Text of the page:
Lawmakers and members from Britain’s Labour party denounced a party decision to suspend, but not expel, former London mayor Ken Livingstone over comments he made saying Nazi leader Adolf Hitler supported Zionism, with the opposition party’s own deputy chief calling the move “incomprehensible.”
A Labour panel decided on Tuesday to suspend Livingstone for a year, calling his remarks “grossly detrimental” to the party.
The decision to not expel Livingstone was roundly condemned by the Jewish community, led by Britain’s chief rabbi, and Labour lawmakers also criticized the move, calling for the party to show zero tolerance for anti-Semitism.
Deputy Labour leader Tom Watson said in a statement that he found it “incomprehensible that our elected lay members on the disciplinary panel found Ken Livingstone guilty of such serious charges and then concluded that he can remain a member of the Labour Party. ”
“I am ashamed that we have allowed Mr. Livingstone to cause such distress.”
Watson warned that Livingstone’s use of “inflammatory language to dismiss the fully justified outrage of the Jewish community and others will incite further distortions of the Holocaust in our public discourse.”
Livingstone’s punishment came in response to comments he made a year ago claiming that Hitler was initially a supporter of Zionism “before he went mad and ended up killing 6 million Jews.”
The comments were made as the party was in the midst of a roiling scandal involving a series of gaffes deemed anti-Zionist and even anti-Semitic.
Livingstone, a member of the party’s National Executive, denied equating Zionism with Nazism, and charged that for decades in the UK there had been a “well-orchestrated campaign by the Israel lobby to smear anybody who criticizes Israel policy as anti-Semitic.”
Last week, he caused fresh uproar by claiming that German Zionists received assistance from the SS and were close collaborators of the Nazi regime.
Statement on Livingstone disciplinary. pic.twitter.com/HPnHrpdITP
— Tom Watson (@tom_watson) April 5, 2017
Current London Mayor Sadiq Khan, who is a member of the party, said he was “deeply disappointed” with the decision and that there should be “no place for anti-Semitism in the Labour Party or anywhere else.”
“As the Labour Party it is our duty to lead by example and demonstrate that we take a zero-tolerance approach to anti-Semitism wherever we find it. Sadly this give the impression we are not fulfilling that duty.”
MP Michael Dugher for Barnsley East, who is vice-chairman of Labour Friends of Israel, responded saying “Labour have spent 12 months investigating what to every sensible person is an open-and-shut case. This looks like an embarrassing fudge. The Jewish Board of Deputies said it was anti-Semitism, as did the Holocaust Education Trust, the Jewish Labour Movement and the chief rabbi.”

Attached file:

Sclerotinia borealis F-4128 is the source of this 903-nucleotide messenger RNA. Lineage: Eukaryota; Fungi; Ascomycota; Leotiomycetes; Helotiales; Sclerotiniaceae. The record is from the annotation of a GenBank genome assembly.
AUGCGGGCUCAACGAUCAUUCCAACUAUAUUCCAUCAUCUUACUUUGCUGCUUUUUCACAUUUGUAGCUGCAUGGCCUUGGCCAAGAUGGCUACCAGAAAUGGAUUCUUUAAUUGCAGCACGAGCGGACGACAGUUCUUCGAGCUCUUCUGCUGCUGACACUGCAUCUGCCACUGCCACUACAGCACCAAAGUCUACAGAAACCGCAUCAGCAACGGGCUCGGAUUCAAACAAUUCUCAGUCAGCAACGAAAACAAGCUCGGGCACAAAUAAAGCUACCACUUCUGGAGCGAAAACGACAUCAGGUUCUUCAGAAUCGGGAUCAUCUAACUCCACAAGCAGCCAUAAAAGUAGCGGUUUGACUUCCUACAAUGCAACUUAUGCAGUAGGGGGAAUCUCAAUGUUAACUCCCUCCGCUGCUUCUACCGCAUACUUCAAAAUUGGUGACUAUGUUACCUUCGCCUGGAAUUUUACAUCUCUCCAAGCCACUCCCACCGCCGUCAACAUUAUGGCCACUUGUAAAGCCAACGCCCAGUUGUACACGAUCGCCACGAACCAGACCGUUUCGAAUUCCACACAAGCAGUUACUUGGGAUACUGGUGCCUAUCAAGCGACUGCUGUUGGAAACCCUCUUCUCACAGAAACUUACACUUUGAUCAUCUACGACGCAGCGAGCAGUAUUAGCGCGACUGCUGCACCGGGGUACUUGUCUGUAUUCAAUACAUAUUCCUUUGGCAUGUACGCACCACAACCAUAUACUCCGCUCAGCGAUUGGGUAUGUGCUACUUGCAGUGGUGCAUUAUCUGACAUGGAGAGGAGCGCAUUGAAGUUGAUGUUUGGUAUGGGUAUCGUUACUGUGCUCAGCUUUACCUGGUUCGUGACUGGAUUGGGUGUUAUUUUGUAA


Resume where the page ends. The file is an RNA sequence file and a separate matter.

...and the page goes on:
“Is the party really saying it knows more about anti-Semitism than the chief rabbi? The current reluctance of the party to apparently take swift and severe action against Livingstone does us no credit whatsoever. Livingstone should be kicked out for good. Years of supposed long service does not entitle you to a free pass on antisemitism.”
Yvette Cooper, Labour MP for Normanton, Pontefract, Castleford & Knottingley, who in the past was a candidate for the party leadership, said the movement must review the decision to not expel Livingstone.
“It’s not enough to say the words zero tolerance on antisemitism – Labour has to put them into practice,” she said. “Shameful decision today. If our rules are weak enough to allow today’s decision then our rules and enforcement codes aren’t strong enough and must change urgently.”
Luciana Berger, Co-operative MP for Liverpool Wavertree, who has faced anti-Semitic abuse online, slammed the development.
“A new low for my party this evening,” she tweeted. “Appalling decision. Why is antisemitism being treated differently from any other form of racism?”
“This is not a serious sanction for the serious damage that has been done to Labour,” Wes Streeting, MP for Ilford North, told The Independent newspaper. “It makes a mockery of the claim we take a zero- tolerance approach to anti-Semitism and people who defend anti-Semitism.”
Labour MPs Lisa Nandy, Tulip Siddiq, John Woodcook, Stella Creasy also lamented Livingstone’s continued presence in the party.
The Jewish Labour Movement said in a statement that a “one year suspension is insufficient for a party the claims zero tolerance on anti-Semitism. This is a betrayal of our party’s values. One year suspension allows for a revolving door for repeat offenders.”
Jewish Labour MP Ruth Smeeth, for Stoke-on-Trent North & Kidsgrove, declared: “Ken Livingstone’s actions are despicable and dangerous. Today’s outcome has shamed and degraded my party. I am utterly disgusted.”
Livingstone, who had expected to be expelled from the party and had planned to fight expulsion through a judicial review, seemed pleased with the verdict, calling it “pretty fair,” the Guardian newspaper reported Tuesday.
“Have I said anything that wasn’t true? All the Jewish activists who spoke on my behalf yesterday, all actually confirmed what I said was true.”